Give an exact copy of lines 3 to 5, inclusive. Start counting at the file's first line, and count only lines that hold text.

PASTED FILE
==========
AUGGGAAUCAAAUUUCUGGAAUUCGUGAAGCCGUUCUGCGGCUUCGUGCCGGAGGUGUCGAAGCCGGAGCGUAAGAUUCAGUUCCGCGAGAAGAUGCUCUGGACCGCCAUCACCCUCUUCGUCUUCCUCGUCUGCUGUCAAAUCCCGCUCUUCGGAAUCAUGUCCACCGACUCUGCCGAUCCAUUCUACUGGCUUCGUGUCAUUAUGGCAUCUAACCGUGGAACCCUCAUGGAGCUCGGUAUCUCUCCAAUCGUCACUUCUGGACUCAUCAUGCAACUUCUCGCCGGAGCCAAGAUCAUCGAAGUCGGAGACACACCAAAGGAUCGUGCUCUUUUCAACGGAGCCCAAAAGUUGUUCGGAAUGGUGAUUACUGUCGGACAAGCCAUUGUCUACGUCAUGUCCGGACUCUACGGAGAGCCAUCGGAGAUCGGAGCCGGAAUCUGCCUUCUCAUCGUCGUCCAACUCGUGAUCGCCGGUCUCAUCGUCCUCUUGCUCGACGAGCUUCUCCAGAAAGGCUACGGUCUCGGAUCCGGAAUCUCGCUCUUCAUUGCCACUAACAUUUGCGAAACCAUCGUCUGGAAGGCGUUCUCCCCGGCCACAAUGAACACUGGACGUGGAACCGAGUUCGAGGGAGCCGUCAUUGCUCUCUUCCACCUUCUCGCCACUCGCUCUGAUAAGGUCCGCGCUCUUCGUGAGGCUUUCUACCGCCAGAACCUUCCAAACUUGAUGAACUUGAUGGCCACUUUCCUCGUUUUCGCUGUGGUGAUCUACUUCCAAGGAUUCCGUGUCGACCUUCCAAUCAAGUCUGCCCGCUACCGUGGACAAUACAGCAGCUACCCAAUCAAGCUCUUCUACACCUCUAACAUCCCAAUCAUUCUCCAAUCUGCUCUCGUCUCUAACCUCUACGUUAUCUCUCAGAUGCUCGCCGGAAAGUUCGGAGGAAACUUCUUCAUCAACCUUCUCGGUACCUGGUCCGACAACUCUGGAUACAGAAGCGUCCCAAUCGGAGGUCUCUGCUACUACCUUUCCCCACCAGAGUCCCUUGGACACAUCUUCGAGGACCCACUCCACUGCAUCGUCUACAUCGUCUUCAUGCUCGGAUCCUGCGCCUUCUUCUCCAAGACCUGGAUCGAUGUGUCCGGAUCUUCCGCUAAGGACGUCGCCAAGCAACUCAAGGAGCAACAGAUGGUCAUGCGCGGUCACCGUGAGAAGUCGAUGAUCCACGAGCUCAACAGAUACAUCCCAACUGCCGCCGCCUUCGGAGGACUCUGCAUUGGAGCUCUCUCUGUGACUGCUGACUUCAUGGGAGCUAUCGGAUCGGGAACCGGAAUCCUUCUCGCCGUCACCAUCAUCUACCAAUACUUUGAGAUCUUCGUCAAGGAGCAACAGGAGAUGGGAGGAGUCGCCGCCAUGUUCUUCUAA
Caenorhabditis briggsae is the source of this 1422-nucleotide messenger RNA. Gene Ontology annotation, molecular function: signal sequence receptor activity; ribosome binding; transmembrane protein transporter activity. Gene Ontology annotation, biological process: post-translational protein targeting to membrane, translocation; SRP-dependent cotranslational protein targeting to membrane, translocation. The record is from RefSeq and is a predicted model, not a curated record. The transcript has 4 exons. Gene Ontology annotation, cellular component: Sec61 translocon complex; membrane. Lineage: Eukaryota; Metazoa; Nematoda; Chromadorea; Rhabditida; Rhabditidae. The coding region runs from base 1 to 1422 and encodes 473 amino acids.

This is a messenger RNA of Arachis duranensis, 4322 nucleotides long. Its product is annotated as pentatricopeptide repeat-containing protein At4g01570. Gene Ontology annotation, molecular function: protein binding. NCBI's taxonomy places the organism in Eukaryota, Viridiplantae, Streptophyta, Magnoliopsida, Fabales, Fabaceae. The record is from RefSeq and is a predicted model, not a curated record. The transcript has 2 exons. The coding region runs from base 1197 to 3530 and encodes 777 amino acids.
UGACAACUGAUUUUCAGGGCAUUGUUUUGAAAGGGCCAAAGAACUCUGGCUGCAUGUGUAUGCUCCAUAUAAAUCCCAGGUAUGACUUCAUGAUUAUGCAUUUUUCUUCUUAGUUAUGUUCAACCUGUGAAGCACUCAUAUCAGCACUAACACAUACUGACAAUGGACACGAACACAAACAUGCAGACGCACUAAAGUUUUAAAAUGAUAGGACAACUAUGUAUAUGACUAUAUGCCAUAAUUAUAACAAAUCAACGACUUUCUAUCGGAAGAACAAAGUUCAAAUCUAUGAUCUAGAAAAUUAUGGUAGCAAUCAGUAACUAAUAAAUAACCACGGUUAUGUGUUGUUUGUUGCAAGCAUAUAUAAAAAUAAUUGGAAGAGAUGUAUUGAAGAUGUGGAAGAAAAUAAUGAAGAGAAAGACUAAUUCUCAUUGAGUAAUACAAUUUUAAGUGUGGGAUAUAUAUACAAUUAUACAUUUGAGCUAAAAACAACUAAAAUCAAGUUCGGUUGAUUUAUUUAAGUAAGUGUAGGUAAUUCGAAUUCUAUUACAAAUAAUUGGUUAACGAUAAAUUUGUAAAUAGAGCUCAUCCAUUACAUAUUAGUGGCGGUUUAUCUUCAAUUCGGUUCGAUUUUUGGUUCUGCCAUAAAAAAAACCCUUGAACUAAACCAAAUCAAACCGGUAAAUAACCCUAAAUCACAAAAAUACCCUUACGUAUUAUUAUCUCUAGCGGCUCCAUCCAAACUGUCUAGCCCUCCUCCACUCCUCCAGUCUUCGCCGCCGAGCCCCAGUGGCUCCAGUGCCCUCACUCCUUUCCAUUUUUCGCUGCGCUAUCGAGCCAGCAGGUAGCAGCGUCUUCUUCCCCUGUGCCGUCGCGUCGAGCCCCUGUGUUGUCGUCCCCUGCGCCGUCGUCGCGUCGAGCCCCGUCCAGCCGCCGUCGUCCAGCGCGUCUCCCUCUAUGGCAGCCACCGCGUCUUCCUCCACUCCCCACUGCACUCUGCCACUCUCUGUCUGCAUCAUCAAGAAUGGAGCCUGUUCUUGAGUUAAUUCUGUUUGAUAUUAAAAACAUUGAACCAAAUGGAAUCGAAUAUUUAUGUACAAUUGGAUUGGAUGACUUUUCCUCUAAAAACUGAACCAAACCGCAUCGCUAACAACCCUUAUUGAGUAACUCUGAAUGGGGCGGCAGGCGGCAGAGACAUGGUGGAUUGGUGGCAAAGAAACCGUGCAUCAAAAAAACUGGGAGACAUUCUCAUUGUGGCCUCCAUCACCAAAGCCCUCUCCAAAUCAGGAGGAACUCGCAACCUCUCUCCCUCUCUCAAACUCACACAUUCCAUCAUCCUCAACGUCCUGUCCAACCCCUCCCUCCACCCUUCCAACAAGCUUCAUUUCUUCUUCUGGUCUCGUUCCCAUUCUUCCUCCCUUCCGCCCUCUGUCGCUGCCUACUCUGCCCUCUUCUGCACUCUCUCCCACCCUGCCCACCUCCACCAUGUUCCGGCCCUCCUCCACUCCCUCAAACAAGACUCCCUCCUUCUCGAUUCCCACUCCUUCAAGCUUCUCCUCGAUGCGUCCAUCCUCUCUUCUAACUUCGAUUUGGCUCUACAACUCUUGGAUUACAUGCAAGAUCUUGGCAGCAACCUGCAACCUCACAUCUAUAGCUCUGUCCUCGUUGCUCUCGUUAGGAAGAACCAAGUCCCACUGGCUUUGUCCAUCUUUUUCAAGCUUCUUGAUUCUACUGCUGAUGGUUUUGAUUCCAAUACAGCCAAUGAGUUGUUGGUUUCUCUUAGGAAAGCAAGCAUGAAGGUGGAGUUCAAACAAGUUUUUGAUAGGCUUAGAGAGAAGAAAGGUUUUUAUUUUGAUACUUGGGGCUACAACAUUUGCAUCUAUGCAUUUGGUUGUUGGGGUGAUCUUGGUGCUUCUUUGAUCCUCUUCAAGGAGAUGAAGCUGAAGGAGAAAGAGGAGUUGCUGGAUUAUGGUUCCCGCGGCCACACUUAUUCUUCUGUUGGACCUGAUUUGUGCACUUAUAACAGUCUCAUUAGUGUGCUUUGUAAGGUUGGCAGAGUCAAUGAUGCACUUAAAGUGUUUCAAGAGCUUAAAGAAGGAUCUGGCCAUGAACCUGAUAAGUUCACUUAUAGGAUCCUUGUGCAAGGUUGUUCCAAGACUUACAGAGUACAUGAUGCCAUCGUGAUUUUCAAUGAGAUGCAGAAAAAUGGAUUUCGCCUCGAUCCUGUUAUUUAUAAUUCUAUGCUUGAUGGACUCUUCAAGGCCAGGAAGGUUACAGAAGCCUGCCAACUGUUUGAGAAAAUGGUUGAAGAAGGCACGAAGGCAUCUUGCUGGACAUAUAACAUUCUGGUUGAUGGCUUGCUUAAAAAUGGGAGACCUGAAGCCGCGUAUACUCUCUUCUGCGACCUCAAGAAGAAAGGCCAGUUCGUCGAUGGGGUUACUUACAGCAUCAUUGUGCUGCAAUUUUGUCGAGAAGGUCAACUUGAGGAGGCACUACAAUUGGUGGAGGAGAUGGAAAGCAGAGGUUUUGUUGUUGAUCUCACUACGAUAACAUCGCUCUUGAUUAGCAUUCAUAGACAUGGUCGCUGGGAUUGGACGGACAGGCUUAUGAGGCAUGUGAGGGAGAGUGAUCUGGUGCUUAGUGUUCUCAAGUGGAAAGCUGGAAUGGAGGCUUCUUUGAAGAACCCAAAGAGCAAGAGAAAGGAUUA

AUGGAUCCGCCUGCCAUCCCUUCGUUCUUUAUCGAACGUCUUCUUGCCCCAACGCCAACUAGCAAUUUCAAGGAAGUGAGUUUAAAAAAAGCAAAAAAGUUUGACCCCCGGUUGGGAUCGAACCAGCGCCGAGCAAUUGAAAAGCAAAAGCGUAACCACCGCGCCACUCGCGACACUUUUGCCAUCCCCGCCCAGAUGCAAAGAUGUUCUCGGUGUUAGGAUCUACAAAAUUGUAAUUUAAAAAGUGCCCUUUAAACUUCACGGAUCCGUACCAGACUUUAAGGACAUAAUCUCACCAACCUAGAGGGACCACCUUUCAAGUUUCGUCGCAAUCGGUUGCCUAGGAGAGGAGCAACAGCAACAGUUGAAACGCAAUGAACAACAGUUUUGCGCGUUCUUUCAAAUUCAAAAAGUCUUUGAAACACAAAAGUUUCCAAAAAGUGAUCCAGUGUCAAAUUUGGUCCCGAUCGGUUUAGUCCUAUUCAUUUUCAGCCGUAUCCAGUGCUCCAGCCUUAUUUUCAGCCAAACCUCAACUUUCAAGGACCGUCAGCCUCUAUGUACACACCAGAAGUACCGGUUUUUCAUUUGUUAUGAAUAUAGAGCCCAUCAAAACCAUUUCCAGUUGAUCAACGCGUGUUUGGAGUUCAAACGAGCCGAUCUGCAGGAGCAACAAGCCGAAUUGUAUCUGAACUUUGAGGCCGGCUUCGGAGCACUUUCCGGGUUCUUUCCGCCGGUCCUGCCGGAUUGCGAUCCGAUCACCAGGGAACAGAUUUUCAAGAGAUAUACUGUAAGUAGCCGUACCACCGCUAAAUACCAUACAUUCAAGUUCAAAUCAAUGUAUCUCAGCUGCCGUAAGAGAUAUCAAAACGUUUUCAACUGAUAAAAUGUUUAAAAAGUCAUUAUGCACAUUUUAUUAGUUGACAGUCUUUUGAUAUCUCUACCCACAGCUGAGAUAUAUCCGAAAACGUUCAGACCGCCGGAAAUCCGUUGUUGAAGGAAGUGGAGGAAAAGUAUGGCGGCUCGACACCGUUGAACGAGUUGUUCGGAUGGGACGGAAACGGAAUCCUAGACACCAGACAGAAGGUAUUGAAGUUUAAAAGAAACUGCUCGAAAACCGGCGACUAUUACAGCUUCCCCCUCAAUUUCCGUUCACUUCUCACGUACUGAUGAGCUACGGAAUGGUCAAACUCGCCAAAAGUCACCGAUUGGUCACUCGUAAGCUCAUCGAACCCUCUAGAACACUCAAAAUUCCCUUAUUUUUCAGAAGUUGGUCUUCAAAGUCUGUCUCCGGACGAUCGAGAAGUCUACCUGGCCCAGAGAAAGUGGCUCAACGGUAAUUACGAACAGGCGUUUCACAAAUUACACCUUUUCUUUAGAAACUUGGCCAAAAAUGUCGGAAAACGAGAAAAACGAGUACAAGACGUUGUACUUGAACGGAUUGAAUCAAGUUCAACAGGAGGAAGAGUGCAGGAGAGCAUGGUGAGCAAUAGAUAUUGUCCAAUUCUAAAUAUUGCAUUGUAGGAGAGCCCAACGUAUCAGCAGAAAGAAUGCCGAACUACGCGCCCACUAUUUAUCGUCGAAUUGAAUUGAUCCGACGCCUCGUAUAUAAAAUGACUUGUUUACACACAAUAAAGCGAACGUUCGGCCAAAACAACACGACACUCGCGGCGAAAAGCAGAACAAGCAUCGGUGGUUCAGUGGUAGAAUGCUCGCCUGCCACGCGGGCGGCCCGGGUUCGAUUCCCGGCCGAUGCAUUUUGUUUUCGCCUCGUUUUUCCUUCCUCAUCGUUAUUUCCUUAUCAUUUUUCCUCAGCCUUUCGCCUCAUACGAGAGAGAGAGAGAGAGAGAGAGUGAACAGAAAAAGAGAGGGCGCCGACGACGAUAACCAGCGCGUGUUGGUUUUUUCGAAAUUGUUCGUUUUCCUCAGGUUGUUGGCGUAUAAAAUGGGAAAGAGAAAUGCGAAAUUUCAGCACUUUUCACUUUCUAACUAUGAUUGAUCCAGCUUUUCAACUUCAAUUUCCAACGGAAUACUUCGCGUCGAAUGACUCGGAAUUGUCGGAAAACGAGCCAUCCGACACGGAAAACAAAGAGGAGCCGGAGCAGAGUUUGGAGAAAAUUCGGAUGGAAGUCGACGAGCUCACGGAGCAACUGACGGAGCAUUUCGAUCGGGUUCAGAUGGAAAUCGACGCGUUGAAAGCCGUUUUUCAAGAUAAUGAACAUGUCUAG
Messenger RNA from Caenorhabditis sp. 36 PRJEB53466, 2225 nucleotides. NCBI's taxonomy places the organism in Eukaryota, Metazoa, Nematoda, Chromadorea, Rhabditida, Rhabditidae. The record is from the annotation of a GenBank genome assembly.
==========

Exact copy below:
This is a messenger RNA of Arachis duranensis, 4322 nucleotides long. Its product is annotated as pentatricopeptide repeat-containing protein At4g01570. Gene Ontology annotation, molecular function: protein binding. NCBI's taxonomy places the organism in Eukaryota, Viridiplantae, Streptophyta, Magnoliopsida, Fabales, Fabaceae. The record is from RefSeq and is a predicted model, not a curated record. The transcript has 2 exons. The coding region runs from base 1197 to 3530 and encodes 777 amino acids.
UGACAACUGAUUUUCAGGGCAUUGUUUUGAAAGGGCCAAAGAACUCUGGCUGCAUGUGUAUGCUCCAUAUAAAUCCCAGGUAUGACUUCAUGAUUAUGCAUUUUUCUUCUUAGUUAUGUUCAACCUGUGAAGCACUCAUAUCAGCACUAACACAUACUGACAAUGGACACGAACACAAACAUGCAGACGCACUAAAGUUUUAAAAUGAUAGGACAACUAUGUAUAUGACUAUAUGCCAUAAUUAUAACAAAUCAACGACUUUCUAUCGGAAGAACAAAGUUCAAAUCUAUGAUCUAGAAAAUUAUGGUAGCAAUCAGUAACUAAUAAAUAACCACGGUUAUGUGUUGUUUGUUGCAAGCAUAUAUAAAAAUAAUUGGAAGAGAUGUAUUGAAGAUGUGGAAGAAAAUAAUGAAGAGAAAGACUAAUUCUCAUUGAGUAAUACAAUUUUAAGUGUGGGAUAUAUAUACAAUUAUACAUUUGAGCUAAAAACAACUAAAAUCAAGUUCGGUUGAUUUAUUUAAGUAAGUGUAGGUAAUUCGAAUUCUAUUACAAAUAAUUGGUUAACGAUAAAUUUGUAAAUAGAGCUCAUCCAUUACAUAUUAGUGGCGGUUUAUCUUCAAUUCGGUUCGAUUUUUGGUUCUGCCAUAAAAAAAACCCUUGAACUAAACCAAAUCAAACCGGUAAAUAACCCUAAAUCACAAAAAUACCCUUACGUAUUAUUAUCUCUAGCGGCUCCAUCCAAACUGUCUAGCCCUCCUCCACUCCUCCAGUCUUCGCCGCCGAGCCCCAGUGGCUCCAGUGCCCUCACUCCUUUCCAUUUUUCGCUGCGCUAUCGAGCCAGCAGGUAGCAGCGUCUUCUUCCCCUGUGCCGUCGCGUCGAGCCCCUGUGUUGUCGUCCCCUGCGCCGUCGUCGCGUCGAGCCCCGUCCAGCCGCCGUCGUCCAGCGCGUCUCCCUCUAUGGCAGCCACCGCGUCUUCCUCCACUCCCCACUGCACUCUGCCACUCUCUGUCUGCAUCAUCAAGAAUGGAGCCUGUUCUUGAGUUAAUUCUGUUUGAUAUUAAAAACAUUGAACCAAAUGGAAUCGAAUAUUUAUGUACAAUUGGAUUGGAUGACUUUUCCUCUAAAAACUGAACCAAACCGCAUCGCUAACAACCCUUAUUGAGUAACUCUGAAUGGGGCGGCAGGCGGCAGAGACAUGGUGGAUUGGUGGCAAAGAAACCGUGCAUCAAAAAAACUGGGAGACAUUCUCAUUGUGGCCUCCAUCACCAAAGCCCUCUCCAAAUCAGGAGGAACUCGCAACCUCUCUCCCUCUCUCAAACUCACACAUUCCAUCAUCCUCAACGUCCUGUCCAACCCCUCCCUCCACCCUUCCAACAAGCUUCAUUUCUUCUUCUGGUCUCGUUCCCAUUCUUCCUCCCUUCCGCCCUCUGUCGCUGCCUACUCUGCCCUCUUCUGCACUCUCUCCCACCCUGCCCACCUCCACCAUGUUCCGGCCCUCCUCCACUCCCUCAAACAAGACUCCCUCCUUCUCGAUUCCCACUCCUUCAAGCUUCUCCUCGAUGCGUCCAUCCUCUCUUCUAACUUCGAUUUGGCUCUACAACUCUUGGAUUACAUGCAAGAUCUUGGCAGCAACCUGCAACCUCACAUCUAUAGCUCUGUCCUCGUUGCUCUCGUUAGGAAGAACCAAGUCCCACUGGCUUUGUCCAUCUUUUUCAAGCUUCUUGAUUCUACUGCUGAUGGUUUUGAUUCCAAUACAGCCAAUGAGUUGUUGGUUUCUCUUAGGAAAGCAAGCAUGAAGGUGGAGUUCAAACAAGUUUUUGAUAGGCUUAGAGAGAAGAAAGGUUUUUAUUUUGAUACUUGGGGCUACAACAUUUGCAUCUAUGCAUUUGGUUGUUGGGGUGAUCUUGGUGCUUCUUUGAUCCUCUUCAAGGAGAUGAAGCUGAAGGAGAAAGAGGAGUUGCUGGAUUAUGGUUCCCGCGGCCACACUUAUUCUUCUGUUGGACCUGAUUUGUGCACUUAUAACAGUCUCAUUAGUGUGCUUUGUAAGGUUGGCAGAGUCAAUGAUGCACUUAAAGUGUUUCAAGAGCUUAAAGAAGGAUCUGGCCAUGAACCUGAUAAGUUCACUUAUAGGAUCCUUGUGCAAGGUUGUUCCAAGACUUACAGAGUACAUGAUGCCAUCGUGAUUUUCAAUGAGAUGCAGAAAAAUGGAUUUCGCCUCGAUCCUGUUAUUUAUAAUUCUAUGCUUGAUGGACUCUUCAAGGCCAGGAAGGUUACAGAAGCCUGCCAACUGUUUGAGAAAAUGGUUGAAGAAGGCACGAAGGCAUCUUGCUGGACAUAUAACAUUCUGGUUGAUGGCUUGCUUAAAAAUGGGAGACCUGAAGCCGCGUAUACUCUCUUCUGCGACCUCAAGAAGAAAGGCCAGUUCGUCGAUGGGGUUACUUACAGCAUCAUUGUGCUGCAAUUUUGUCGAGAAGGUCAACUUGAGGAGGCACUACAAUUGGUGGAGGAGAUGGAAAGCAGAGGUUUUGUUGUUGAUCUCACUACGAUAACAUCGCUCUUGAUUAGCAUUCAUAGACAUGGUCGCUGGGAUUGGACGGACAGGCUUAUGAGGCAUGUGAGGGAGAGUGAUCUGGUGCUUAGUGUUCUCAAGUGGAAAGCUGGAAUGGAGGCUUCUUUGAAGAACCCAAAGAGCAAGAGAAAGGAUUA

AUGGAUCCGCCUGCCAUCCCUUCGUUCUUUAUCGAACGUCUUCUUGCCCCAACGCCAACUAGCAAUUUCAAGGAAGUGAGUUUAAAAAAAGCAAAAAAGUUUGACCCCCGGUUGGGAUCGAACCAGCGCCGAGCAAUUGAAAAGCAAAAGCGUAACCACCGCGCCACUCGCGACACUUUUGCCAUCCCCGCCCAGAUGCAAAGAUGUUCUCGGUGUUAGGAUCUACAAAAUUGUAAUUUAAAAAGUGCCCUUUAAACUUCACGGAUCCGUACCAGACUUUAAGGACAUAAUCUCACCAACCUAGAGGGACCACCUUUCAAGUUUCGUCGCAAUCGGUUGCCUAGGAGAGGAGCAACAGCAACAGUUGAAACGCAAUGAACAACAGUUUUGCGCGUUCUUUCAAAUUCAAAAAGUCUUUGAAACACAAAAGUUUCCAAAAAGUGAUCCAGUGUCAAAUUUGGUCCCGAUCGGUUUAGUCCUAUUCAUUUUCAGCCGUAUCCAGUGCUCCAGCCUUAUUUUCAGCCAAACCUCAACUUUCAAGGACCGUCAGCCUCUAUGUACACACCAGAAGUACCGGUUUUUCAUUUGUUAUGAAUAUAGAGCCCAUCAAAACCAUUUCCAGUUGAUCAACGCGUGUUUGGAGUUCAAACGAGCCGAUCUGCAGGAGCAACAAGCCGAAUUGUAUCUGAACUUUGAGGCCGGCUUCGGAGCACUUUCCGGGUUCUUUCCGCCGGUCCUGCCGGAUUGCGAUCCGAUCACCAGGGAACAGAUUUUCAAGAGAUAUACUGUAAGUAGCCGUACCACCGCUAAAUACCAUACAUUCAAGUUCAAAUCAAUGUAUCUCAGCUGCCGUAAGAGAUAUCAAAACGUUUUCAACUGAUAAAAUGUUUAAAAAGUCAUUAUGCACAUUUUAUUAGUUGACAGUCUUUUGAUAUCUCUACCCACAGCUGAGAUAUAUCCGAAAACGUUCAGACCGCCGGAAAUCCGUUGUUGAAGGAAGUGGAGGAAAAGUAUGGCGGCUCGACACCGUUGAACGAGUUGUUCGGAUGGGACGGAAACGGAAUCCUAGACACCAGACAGAAGGUAUUGAAGUUUAAAAGAAACUGCUCGAAAACCGGCGACUAUUACAGCUUCCCCCUCAAUUUCCGUUCACUUCUCACGUACUGAUGAGCUACGGAAUGGUCAAACUCGCCAAAAGUCACCGAUUGGUCACUCGUAAGCUCAUCGAACCCUCUAGAACACUCAAAAUUCCCUUAUUUUUCAGAAGUUGGUCUUCAAAGUCUGUCUCCGGACGAUCGAGAAGUCUACCUGGCCCAGAGAAAGUGGCUCAACGGUAAUUACGAACAGGCGUUUCACAAAUUACACCUUUUCUUUAGAAACUUGGCCAAAAAUGUCGGAAAACGAGAAAAACGAGUACAAGACGUUGUACUUGAACGGAUUGAAUCAAGUUCAACAGGAGGAAGAGUGCAGGAGAGCAUGGUGAGCAAUAGAUAUUGUCCAAUUCUAAAUAUUGCAUUGUAGGAGAGCCCAACGUAUCAGCAGAAAGAAUGCCGAACUACGCGCCCACUAUUUAUCGUCGAAUUGAAUUGAUCCGACGCCUCGUAUAUAAAAUGACUUGUUUACACACAAUAAAGCGAACGUUCGGCCAAAACAACACGACACUCGCGGCGAAAAGCAGAACAAGCAUCGGUGGUUCAGUGGUAGAAUGCUCGCCUGCCACGCGGGCGGCCCGGGUUCGAUUCCCGGCCGAUGCAUUUUGUUUUCGCCUCGUUUUUCCUUCCUCAUCGUUAUUUCCUUAUCAUUUUUCCUCAGCCUUUCGCCUCAUACGAGAGAGAGAGAGAGAGAGAGAGUGAACAGAAAAAGAGAGGGCGCCGACGACGAUAACCAGCGCGUGUUGGUUUUUUCGAAAUUGUUCGUUUUCCUCAGGUUGUUGGCGUAUAAAAUGGGAAAGAGAAAUGCGAAAUUUCAGCACUUUUCACUUUCUAACUAUGAUUGAUCCAGCUUUUCAACUUCAAUUUCCAACGGAAUACUUCGCGUCGAAUGACUCGGAAUUGUCGGAAAACGAGCCAUCCGACACGGAAAACAAAGAGGAGCCGGAGCAGAGUUUGGAGAAAAUUCGGAUGGAAGUCGACGAGCUCACGGAGCAACUGACGGAGCAUUUCGAUCGGGUUCAGAUGGAAAUCGACGCGUUGAAAGCCGUUUUUCAAGAUAAUGAACAUGUCUAG